oldest story on earth

 

  The Oldest Datable Story on Earth

   approx. 12, 000 years

  Ngadjonji History of the Rainforest People

  Note: this site contains images of aboriginal people now deceased

The Ngadjonji people have a story that  describes the formation of a local volcano. Carbon 14 dating of the crater gives it an age of 12,000 years.  This means the legend is likely the oldest datable story on earth , pre-dating writing by about 2000 years. Here is the story.

The Ngadjonji originally occupied an area of upland rainforest country at the headwaters of the Russell and North Johnstone Rivers in north east Queensland, Australia. Their original language is Dyirbal or Jirrbal.

The Ngadjonji told stories that would describe volcanic activity, changes in sea-level, and changes in vegetation. One of these stories explains that two newly-initiated men broke a taboo and angered the rainbow serpent, major spirit of the area. As a result 'the camping-place began to change, the earth under the camp roaring like thunder. The wind started to blow down, as if a cyclone were coming. The camping-place began to twist and crack. While this was happening there was in the sky a red cloud, of a hue never seen before. The people tried to run from side to side but were swallowed by a crack which opened in the ground. This explained volcanic eruption.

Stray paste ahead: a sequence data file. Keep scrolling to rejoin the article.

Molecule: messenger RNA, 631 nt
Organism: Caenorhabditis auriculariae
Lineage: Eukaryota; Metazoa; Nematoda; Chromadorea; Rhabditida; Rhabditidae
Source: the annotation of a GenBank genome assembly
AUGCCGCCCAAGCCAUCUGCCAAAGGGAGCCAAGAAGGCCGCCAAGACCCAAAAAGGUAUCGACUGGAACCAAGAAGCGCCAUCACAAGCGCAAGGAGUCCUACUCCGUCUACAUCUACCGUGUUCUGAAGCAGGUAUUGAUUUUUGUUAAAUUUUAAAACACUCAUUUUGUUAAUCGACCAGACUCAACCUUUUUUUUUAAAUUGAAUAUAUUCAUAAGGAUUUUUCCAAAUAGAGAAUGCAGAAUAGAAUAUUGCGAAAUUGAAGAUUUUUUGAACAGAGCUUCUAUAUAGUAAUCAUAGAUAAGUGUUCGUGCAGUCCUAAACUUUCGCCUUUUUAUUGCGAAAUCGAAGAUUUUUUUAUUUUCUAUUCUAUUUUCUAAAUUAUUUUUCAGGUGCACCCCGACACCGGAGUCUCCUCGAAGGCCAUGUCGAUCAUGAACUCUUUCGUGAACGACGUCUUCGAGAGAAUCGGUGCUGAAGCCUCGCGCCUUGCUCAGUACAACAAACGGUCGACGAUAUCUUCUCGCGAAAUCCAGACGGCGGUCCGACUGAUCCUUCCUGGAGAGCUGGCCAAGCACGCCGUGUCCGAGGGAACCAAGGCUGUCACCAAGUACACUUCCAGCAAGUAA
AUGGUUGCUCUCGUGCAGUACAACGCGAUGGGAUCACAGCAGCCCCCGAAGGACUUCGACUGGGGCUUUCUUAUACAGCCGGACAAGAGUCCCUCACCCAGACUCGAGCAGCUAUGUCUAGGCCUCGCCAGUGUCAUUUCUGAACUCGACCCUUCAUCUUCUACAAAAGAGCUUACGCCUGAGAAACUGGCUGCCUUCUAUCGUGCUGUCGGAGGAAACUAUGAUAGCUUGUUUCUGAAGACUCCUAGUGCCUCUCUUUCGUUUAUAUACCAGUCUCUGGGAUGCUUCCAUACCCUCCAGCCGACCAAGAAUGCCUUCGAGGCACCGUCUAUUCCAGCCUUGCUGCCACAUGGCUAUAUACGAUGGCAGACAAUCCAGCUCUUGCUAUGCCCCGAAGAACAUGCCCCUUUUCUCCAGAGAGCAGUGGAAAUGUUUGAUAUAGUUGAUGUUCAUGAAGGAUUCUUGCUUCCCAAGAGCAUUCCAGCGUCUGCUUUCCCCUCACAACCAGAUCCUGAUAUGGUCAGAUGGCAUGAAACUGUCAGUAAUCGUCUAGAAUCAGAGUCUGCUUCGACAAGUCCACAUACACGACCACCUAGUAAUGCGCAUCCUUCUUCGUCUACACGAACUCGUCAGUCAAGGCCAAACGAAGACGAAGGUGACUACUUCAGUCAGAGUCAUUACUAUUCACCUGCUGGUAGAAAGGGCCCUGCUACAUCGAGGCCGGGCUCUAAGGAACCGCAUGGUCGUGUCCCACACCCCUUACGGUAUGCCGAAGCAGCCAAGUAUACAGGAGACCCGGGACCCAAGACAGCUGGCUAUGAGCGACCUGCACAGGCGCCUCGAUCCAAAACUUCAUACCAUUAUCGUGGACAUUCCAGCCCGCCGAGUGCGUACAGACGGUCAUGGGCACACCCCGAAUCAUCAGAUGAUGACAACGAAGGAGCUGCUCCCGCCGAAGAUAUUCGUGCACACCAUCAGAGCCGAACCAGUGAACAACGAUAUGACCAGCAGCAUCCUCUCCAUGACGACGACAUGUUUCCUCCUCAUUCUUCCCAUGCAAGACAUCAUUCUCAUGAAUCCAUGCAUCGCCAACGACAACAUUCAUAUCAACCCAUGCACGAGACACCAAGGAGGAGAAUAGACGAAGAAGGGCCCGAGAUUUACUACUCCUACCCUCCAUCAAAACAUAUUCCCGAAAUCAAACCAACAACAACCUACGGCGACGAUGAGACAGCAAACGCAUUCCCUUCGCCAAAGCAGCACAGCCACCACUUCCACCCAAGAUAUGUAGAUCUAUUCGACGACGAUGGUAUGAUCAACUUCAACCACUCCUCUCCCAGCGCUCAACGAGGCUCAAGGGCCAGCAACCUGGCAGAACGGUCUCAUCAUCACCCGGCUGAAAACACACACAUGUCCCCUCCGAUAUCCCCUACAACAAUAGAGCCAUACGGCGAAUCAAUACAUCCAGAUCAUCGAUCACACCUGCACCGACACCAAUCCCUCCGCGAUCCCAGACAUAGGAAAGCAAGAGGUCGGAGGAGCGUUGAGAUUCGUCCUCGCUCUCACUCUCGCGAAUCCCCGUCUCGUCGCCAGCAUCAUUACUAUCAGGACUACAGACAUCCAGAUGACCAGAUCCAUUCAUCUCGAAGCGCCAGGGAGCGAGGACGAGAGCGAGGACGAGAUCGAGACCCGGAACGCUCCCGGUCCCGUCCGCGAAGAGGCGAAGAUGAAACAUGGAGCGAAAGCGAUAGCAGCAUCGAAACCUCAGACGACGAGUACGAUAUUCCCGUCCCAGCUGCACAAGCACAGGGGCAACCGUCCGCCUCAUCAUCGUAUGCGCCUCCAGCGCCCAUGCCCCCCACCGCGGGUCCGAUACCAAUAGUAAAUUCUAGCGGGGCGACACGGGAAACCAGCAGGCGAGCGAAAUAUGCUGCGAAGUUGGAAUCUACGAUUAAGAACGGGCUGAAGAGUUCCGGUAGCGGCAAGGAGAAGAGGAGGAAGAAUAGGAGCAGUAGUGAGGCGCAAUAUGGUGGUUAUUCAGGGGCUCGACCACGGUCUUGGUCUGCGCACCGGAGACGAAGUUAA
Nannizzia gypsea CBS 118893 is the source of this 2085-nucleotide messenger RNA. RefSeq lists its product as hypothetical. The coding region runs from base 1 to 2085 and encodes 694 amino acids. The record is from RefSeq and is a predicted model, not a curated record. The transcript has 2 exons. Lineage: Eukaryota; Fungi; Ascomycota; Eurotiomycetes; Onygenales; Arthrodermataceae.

Large tribes tend to hold around 200-250 people while the smaller family tribes tend to have around 20-25. Marriages were usually arranged and were between two of the same tribe. Women are to carry all of the baggage and to do all of the hard work. She has to gather, cook, and build, besides bearing and caring for the children. While gathering food, the Ngadjonji would take poisonous plants and, using complicated methods, would make them edible.

The main meal of the day was when the hunting and gathering parties returned. While small food items were cooked quickly at the edge of the campfire, large game or fish were cooked in an earth oven.

When someone died, the body was placed on a platform about 2m above the ground with a small, very smoky fire lit under it and kept burning so that as the body juices ran out so that it was smoke-dried and preserved. While the body was being smoked, certain near relatives had the privilege of smearing themselves with ashes and standing under the dear departed and allowing the drips to fall on them. When the process was complete certain near relatives were supposed to carry certain specified parts with them in a dilly bag at all times for a set period.

This funeral ritual was described by Palmerston as taking place near Wairambar Creek on September 24th 1886 as follows: (remember these are his words of 1886)